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There is an age-old fear under the surface of Venom. In the premise of investigative journalist Eddie Brock (Tom Hardy) having his mind and body invaded by a parasitic alien known as Venom, the film addresses a concern that has plagued humankind for centuries — a fear of ourselves, our potential for duality and self-destruction, and the idea that who we are can be fundamentally and irrevocably influenced by outside forces. From charges of demonic possession that were often part and parcel of witchcraft accusations to our ongoing fascination with things like hypnosis, these fears have repeatedly captured the human imagination with regard to real-world events, but also — perhaps especially — in fiction.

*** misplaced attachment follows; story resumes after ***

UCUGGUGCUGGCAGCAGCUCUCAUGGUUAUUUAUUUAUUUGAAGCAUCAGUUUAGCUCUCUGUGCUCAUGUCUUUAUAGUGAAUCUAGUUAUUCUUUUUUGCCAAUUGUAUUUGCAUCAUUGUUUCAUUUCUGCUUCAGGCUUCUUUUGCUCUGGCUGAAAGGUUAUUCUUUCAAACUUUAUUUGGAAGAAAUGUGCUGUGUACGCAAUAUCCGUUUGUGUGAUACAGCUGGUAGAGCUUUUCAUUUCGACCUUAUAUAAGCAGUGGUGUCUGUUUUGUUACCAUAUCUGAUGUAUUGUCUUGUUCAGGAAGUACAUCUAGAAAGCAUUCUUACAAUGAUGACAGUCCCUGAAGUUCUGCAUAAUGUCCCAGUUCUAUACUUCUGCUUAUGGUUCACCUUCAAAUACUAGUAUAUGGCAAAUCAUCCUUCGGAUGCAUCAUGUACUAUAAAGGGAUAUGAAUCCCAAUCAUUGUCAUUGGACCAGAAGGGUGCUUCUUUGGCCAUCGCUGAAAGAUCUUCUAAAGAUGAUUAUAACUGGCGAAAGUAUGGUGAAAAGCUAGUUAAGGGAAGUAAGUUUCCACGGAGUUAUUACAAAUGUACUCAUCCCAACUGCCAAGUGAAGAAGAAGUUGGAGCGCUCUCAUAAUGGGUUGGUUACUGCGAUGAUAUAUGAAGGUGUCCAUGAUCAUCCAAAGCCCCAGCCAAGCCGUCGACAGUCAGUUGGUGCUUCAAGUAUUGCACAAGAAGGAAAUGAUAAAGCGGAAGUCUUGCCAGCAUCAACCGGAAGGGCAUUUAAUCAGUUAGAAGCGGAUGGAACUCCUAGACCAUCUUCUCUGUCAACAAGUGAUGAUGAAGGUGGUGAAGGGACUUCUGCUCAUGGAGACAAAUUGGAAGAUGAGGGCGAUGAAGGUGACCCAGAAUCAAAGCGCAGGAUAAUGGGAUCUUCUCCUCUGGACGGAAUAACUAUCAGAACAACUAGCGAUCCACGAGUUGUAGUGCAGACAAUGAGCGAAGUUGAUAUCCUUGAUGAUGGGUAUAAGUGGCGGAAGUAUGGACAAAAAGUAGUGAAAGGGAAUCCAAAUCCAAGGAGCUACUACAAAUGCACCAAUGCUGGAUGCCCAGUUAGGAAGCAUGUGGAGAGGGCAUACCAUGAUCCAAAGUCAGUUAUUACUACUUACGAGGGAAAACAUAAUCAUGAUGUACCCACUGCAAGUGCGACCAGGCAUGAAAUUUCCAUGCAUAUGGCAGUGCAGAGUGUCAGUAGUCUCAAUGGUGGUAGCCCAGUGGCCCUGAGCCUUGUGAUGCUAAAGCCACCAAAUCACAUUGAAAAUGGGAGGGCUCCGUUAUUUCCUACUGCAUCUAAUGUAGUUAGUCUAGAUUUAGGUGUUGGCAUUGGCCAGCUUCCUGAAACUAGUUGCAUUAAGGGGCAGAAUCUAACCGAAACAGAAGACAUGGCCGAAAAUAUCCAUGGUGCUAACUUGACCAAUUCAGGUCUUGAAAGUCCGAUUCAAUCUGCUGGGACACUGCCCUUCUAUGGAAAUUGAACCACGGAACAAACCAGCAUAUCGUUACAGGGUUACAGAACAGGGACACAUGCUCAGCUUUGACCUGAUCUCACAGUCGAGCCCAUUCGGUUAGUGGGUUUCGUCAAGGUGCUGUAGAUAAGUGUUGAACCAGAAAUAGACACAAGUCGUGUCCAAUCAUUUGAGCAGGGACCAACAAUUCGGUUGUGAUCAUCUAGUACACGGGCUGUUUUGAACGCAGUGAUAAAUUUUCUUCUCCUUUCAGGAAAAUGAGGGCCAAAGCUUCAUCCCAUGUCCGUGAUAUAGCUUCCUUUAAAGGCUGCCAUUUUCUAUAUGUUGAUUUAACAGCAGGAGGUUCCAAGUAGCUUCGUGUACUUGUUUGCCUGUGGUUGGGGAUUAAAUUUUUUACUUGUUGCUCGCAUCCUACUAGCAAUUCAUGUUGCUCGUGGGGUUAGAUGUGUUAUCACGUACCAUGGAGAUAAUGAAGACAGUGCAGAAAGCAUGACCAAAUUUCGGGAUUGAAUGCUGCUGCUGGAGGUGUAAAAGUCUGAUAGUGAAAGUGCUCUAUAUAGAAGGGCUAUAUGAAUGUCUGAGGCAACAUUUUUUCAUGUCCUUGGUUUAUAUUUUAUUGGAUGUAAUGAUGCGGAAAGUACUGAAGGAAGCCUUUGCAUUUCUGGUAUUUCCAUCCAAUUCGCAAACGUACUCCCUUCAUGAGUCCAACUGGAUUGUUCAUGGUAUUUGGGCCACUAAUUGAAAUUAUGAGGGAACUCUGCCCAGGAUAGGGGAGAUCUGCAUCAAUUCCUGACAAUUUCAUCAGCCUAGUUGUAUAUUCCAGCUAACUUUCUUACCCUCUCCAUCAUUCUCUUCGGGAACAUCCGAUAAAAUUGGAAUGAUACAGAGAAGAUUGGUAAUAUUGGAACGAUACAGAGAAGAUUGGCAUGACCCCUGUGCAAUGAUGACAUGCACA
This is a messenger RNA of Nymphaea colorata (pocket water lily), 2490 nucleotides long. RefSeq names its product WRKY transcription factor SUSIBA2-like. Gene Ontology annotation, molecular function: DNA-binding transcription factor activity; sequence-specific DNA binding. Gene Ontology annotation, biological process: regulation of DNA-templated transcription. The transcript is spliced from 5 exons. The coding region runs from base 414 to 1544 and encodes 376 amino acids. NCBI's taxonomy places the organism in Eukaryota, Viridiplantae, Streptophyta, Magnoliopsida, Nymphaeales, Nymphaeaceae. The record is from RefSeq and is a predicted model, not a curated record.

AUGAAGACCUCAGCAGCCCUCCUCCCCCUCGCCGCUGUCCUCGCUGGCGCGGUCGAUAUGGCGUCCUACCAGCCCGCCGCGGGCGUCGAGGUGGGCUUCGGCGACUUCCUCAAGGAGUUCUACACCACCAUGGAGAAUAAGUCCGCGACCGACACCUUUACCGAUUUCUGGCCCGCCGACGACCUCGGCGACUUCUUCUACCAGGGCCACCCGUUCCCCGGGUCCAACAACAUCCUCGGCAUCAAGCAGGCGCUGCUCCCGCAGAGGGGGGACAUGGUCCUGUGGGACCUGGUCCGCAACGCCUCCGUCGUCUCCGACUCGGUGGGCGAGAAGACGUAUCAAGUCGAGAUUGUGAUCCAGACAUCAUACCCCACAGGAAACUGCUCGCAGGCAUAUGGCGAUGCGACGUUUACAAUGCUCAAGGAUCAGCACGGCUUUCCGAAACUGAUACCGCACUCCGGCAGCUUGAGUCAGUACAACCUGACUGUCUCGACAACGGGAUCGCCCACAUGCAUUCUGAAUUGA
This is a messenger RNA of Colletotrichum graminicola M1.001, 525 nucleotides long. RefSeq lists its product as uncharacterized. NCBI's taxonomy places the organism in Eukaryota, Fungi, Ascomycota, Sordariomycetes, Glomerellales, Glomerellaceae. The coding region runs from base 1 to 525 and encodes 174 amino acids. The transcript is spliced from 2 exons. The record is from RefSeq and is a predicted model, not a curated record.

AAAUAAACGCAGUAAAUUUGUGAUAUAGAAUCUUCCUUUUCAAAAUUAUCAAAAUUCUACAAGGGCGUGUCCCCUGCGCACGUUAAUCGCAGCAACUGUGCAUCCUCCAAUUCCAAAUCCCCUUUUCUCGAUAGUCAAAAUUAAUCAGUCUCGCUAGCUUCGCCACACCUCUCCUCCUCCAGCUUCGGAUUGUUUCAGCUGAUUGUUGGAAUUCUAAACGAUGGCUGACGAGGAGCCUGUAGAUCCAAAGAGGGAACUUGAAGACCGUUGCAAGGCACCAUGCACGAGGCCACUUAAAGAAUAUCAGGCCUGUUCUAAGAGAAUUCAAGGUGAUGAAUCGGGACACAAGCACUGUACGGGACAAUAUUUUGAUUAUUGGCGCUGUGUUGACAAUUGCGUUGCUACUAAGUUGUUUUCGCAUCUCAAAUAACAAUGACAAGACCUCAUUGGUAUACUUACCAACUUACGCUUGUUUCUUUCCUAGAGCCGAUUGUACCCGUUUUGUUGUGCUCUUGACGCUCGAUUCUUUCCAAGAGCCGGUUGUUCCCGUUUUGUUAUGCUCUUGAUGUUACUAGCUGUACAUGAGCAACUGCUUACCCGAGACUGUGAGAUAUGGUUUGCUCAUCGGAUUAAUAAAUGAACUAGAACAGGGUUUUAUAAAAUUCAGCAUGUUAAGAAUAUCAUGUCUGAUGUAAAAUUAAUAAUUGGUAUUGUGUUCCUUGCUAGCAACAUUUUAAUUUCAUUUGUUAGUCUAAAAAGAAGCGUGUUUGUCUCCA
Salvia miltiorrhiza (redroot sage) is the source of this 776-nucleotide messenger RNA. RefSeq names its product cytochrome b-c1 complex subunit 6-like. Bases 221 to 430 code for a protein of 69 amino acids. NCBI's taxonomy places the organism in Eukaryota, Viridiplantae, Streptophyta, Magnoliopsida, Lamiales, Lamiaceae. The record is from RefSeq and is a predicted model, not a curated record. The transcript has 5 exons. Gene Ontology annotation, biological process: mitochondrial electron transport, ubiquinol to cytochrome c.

In 1886, Robert Louis Stevenson, a Scottish author otherwise best known for child-friendly adventure tales like Treasure Island and Kidnapped, published a gothic novella that epitomized a particular manifestation of these fears: Strange Case of Dr Jekyll and Mr Hyde. In the story, the scientist Dr. Henry Jekyll seeks to create a “transcendental medicine” to cure “the evil side” of his nature and bring an end to the constant war he feels within himself. Instead, while the same war rages on inside his soul, the serum he invents causes all the darkest corners of his personality to cohere into a second consciousness, an alter-ego known as Mr. Edward Hyde, who quickly grows more and more powerful in spite of Jekyll’s constant battling against it.

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